First the naming of the hotel, and then the naming of the area. When David Rowntree Somerset opened an hotel in 1866 on land he had acquired eight years earlier he named it after the English seaside resort of Brighton. When Joshua Jeays subdivided the area in 1881 he cashed in on the growing fame of seaside resorts in England by marketing his allotments under the name of Brighton Estate. Earley in the 19th century the name of this English town was still sometimes being written,
Brighthelmston. It was mentioned in the Doomsday Book as Bristlemestune.
Sir Thomas Brisbane was forty-eight years of age when he arrived to take over the governorship of New South Wales from Governor Lauchlan Macquarie in 1821. He had had a distinguished career in the army having commanded units in the Iberian Peninsula, in America, and in France. He had married at the age of forty-five the daughter of Sir Henry Makdougall of
Makerstoun, Scotland. After his return to Britain, he was to incorporate his wife's maiden name officially into his own, becoming Thomas Makdougall Brisbane.
He didn't mind travelling by sea, but he quickly tired of land exploration. The extremely energetic John Dunmore Lang said he lacked energy. While he was himself devout, he tried to be tolerant of all religious traditions. He has been called amiable and impartial, but weak. However his great passion was astronomy. He built observatories in his native Scotland and in Sydney and was highly regarded as an amateur scientist.
He was following Commissioner Bigge's recommendations when he sent John Oxley to select a site for another penal settlement. This was to be a place to which convicts who had been convicted of a second crime could be sent. At 8 am on Tuesday, 2 December, 1823, the Surveyor-General, having been told by Finnegan and Pamphlet of a large river in the vicinity, entered the mouth of the river which was then named after the Governor. In the following year, Oxley returned to the area, with Lieutenant Henry Miller and a party of 14 soldiers and about 30 convicts to establish a settlement. After setting up a temporary settlement at Redcliffe, he explored the Brisbane River further, recommending several sites as suitable for the permanent settlement. Later in the year Governor Brisbane came to look for himself, and they decided on a spot near Breakfast Creek. When, however, the move was actually made between March and July, 1825, the site chosen was where William Street in the city is now.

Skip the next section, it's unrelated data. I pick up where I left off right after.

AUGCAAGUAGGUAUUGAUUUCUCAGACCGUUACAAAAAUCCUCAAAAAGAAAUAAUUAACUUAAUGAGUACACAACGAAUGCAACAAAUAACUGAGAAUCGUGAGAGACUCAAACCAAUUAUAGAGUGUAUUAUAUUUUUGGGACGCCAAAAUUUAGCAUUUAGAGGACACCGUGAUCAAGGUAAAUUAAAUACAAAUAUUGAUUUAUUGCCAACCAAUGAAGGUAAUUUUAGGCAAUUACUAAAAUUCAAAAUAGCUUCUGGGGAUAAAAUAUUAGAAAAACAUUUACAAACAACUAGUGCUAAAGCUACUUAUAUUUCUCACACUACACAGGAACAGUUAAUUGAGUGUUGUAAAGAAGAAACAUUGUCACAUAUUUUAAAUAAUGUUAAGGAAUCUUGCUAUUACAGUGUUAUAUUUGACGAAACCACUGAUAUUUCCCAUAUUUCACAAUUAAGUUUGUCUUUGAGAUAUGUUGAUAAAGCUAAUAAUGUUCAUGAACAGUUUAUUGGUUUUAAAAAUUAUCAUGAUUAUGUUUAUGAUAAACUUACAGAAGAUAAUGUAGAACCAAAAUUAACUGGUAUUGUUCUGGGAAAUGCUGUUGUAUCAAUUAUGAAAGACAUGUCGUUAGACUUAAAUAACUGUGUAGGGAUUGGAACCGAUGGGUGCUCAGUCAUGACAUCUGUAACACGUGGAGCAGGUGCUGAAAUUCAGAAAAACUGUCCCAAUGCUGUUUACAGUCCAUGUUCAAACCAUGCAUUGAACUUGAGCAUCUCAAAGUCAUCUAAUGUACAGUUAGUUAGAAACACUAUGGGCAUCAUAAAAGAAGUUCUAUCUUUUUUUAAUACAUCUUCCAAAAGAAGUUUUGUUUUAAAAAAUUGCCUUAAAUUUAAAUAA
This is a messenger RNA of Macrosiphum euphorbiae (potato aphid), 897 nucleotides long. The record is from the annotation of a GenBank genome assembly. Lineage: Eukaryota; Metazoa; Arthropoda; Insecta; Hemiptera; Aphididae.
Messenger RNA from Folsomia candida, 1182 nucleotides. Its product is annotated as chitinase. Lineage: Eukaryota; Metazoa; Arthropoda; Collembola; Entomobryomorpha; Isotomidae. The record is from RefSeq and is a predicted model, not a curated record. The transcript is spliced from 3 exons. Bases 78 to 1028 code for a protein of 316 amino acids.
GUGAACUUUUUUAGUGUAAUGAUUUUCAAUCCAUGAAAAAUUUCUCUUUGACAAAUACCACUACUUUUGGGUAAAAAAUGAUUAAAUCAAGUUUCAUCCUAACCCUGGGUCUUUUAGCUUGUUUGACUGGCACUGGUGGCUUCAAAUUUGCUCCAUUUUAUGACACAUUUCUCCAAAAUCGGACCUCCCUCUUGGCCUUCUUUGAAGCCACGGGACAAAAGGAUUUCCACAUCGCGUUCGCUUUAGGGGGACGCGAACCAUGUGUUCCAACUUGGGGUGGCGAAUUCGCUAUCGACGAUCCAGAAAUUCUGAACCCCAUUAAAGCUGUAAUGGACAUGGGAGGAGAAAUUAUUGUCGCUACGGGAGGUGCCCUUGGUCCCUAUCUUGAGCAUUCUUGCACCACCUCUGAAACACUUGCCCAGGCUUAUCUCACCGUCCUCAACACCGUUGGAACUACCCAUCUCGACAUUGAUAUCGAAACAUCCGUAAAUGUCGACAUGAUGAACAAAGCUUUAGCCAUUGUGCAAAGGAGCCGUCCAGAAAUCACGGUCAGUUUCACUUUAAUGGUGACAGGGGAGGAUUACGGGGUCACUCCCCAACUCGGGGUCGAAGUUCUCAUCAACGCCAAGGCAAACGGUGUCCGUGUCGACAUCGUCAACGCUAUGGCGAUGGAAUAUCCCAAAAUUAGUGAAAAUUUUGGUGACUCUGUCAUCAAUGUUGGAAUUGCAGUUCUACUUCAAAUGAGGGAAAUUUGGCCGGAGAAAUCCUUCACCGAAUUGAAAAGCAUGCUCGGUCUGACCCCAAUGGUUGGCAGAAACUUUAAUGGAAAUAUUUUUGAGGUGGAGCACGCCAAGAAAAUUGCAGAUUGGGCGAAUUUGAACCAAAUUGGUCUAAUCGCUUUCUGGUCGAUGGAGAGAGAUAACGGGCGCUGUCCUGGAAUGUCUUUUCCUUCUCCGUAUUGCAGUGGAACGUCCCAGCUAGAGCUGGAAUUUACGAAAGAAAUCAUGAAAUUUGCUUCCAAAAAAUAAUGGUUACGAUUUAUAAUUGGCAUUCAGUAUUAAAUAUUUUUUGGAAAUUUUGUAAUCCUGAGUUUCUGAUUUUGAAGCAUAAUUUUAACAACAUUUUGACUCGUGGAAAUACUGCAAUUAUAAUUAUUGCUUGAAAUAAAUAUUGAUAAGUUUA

In his instructions to Lieutenant Miller, Sir Thomas showed himself to be an administrator with an eye for detail. He ordered Miller himself to conduct Divine Service for the convicts each Sunday morning. He prohibited overseers from striking or pushing convicts. He believed that solitary confinement on a bread and water diet was more effective than corporal punishment. However the commandant was authorized to sentence an offender to no more that fifty lashes. 'You will take an early opportunity of establishing a friendly intercourse with the neighbouring blacks, but you will not admit them to an imprudent familiarity,' he wrote. He justified European occupation of Aboriginal land by arguing that civilization brought with it many comforts to the local inhabitants.
Miller complained that he was not given enough convict labour to enable him to do all that was expected of him in establishing the new settlement, but the Governor was not pleased with the progress being made and withdrew him from the post after about twelve months.
At the same time Thomas Brisbane had his own troubles. He had made enemies among the leading citizens of New South Wales and through their efforts was recalled after four years in the colony.
The name first used for the township on the Brisbane River was that suggested by Chief Justice Forbes,
Edenglassie, but in 1834 the name of Brisbane became official. The Aboriginal people who lived on the south side of the river called the area where the Botanical Gardens were established,
Meeanjin, meaning the tulipwood, a tree which grew well in the area before white settlement, but in the 19th century Brisbane came to be known to all the Moreton Bay Aboriginal people as
When a new township was subdivided in
1934 south of Surfers Paradise it was given the descriptive name of Broadbeach.
Broadwater in the Stanthorpe district gained its name from a large water hole there. The original watercourse had been changed by tin mining.
Lucinda Logan, the daughter of Thomas Logan, suggested the name which was agreed to by a meeting of local residents in 1868. It seemed appropriate for an area drained by streams, but it may have been suggested by Brookfield in the Hunter Valley District of New South Wales near which her family had lived before coming to Gold Creek. It was adopted as the school name in 1871. Lucy Logan became Mrs J. S. Brimblecombe after her marriage. It may have been a coincidence, but the fact that the early settler who has been called The Father of Brookfield, Thomas Isaac Jones, had been born in
Brookfield Cottage, Portsmouth, England, may also have helped in the making of the decision.
railway station on the Gayndah line was given an Aboriginal word for a crab.
Like many areas, Browns Plains was first logged for timber and then settled by farmers. Being on the Cobb and Co. route from Brisbane to Casino in Northern NSW helped put it on the map.
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